Review: LG G7 ThinQ
The G7 ThinQ is LG's latest Android flagship phone. It wraps a dual-camera system, top-of-the-line processor, and audiophile components in a metal-and-glass chassis that's sleek, modern, and waterproof. The G7 ThinQ is an alternative to today's Galaxies and iPhones. Find out if it is for you in Phone Scoop's in-depth review.
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Is It Your Type?
LG deserves your attention. It may not share the splashy cache enjoyed by Apple and Samsung, but the Korean company continues to make excellent phones. The G7 ThinQ is a metal-and-glass flagship that packs an incredible number of features into a super slim slate. If you're in the market for something a little bit different, the G7 ThinQ has unique features that make it worth your consideration.
The G7 ThinQ marks the natural evolution of LG's design language. It takes the best elements of last year's G6 (slim profile, chamfered metal frame) and merges them with the best of the V30 (rounded design, high-quality glass). The result is a phone that's easy on the eyes, and easy to hold and use all day, every day. Even so, the phone loses something in process. While the G7 is a fine metal-and-glass entry, it somehow has less personality than its predecessors. Sometimes a little bit of personality goes a long way.
The G7 has the tall and narrow shape common to phones with 2:1 screens. It's an attractive hardware design, if not terribly unique. The smooth metal frame wraps around the middle and it's sandwiched between two sculpted pieces of Gorilla Glass 5. Antenna bands are visible on the top and bottom. The phone is conservative and restrained in its shape. The black and silver models don't do too much to stand out from the pack visually, but the blue and red models are stunning. The red has a dotted pattern below the rear glass that's totally unique.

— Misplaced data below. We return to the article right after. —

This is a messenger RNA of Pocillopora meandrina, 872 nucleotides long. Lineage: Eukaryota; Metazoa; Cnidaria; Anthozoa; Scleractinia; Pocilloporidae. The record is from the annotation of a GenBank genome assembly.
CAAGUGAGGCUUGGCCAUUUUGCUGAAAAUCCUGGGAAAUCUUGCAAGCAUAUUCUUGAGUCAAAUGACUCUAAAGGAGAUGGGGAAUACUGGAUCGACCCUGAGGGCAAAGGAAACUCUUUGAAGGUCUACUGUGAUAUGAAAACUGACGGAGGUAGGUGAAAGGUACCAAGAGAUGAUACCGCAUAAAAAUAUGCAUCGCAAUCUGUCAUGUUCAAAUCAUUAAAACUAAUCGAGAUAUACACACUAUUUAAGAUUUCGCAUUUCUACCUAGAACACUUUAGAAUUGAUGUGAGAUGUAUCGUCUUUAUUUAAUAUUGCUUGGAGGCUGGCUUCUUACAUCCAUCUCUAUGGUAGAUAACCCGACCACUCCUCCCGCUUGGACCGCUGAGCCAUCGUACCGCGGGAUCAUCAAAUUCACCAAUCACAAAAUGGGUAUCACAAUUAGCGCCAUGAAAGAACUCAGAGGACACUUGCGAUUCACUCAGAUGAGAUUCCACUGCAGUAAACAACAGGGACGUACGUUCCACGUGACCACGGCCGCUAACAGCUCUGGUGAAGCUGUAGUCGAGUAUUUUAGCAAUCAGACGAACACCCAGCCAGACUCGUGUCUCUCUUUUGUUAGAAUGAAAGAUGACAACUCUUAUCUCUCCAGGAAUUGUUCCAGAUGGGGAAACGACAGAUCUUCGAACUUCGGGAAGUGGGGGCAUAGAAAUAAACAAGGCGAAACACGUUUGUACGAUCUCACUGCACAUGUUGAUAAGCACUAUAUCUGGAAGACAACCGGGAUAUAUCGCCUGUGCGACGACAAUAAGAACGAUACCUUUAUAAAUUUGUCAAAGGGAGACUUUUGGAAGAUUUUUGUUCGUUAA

LG's flagship is significantly taller than Apple and Samsung's flagships, but is about the same width. At more than 6 inches tall and just under 3 inches wide, the narrow appearance is exaggerated a bit. It's like the Wilt Chamberlain of phones. I found its size and shape to be comfortable. It's 8.2mm thick, which is slim. The phone's polished exterior makes it a bit slippery, and the profile ensures that it glides into pockets and other places effortlessly. It fit in my jeans and shorts pockets no problem.
The quality is not in question and the assembly is as fine as any other phone in this class. LG selected solid materials. The metal frame is strong and the glass is … glass. I'm not 100% thrilled with what seems to be some kind of coating on the glass. It feels a bit more like plastic than glass. Comparatively, the glass of the Galaxy S9 and P20 Pro feels like actual glass. Still, all the pieces of the G7 are fitted together tightly and there are no uneven seams.
The phone is rated IP68 for protection against water and dust. It can handle up to 30 minutes in 1.5 meters of water. I tested it under faucets and in my sink. It came away unscathed. The G7 is not rugged and the glass may break if you drop the phone.
The phone's face is all glass and nearly all display. The screen measures 6.1 inches across the diagonal, and that includes the notched area. LG extended the aspect ratio from 18:9 (on the G6 and V30) to something a bit taller on the G7. The extra height accommodates the notch. The notch is smaller than the one on the iPhone X. It holds a small earpiece speaker, sensor array, and user-facing camera. There's also an LED indicator light tucked in there. There is a chin below the screen, but it's quite thin. There are no buttons, no controls, no fingerprint readers on the face. The G7's front really is almost all screen.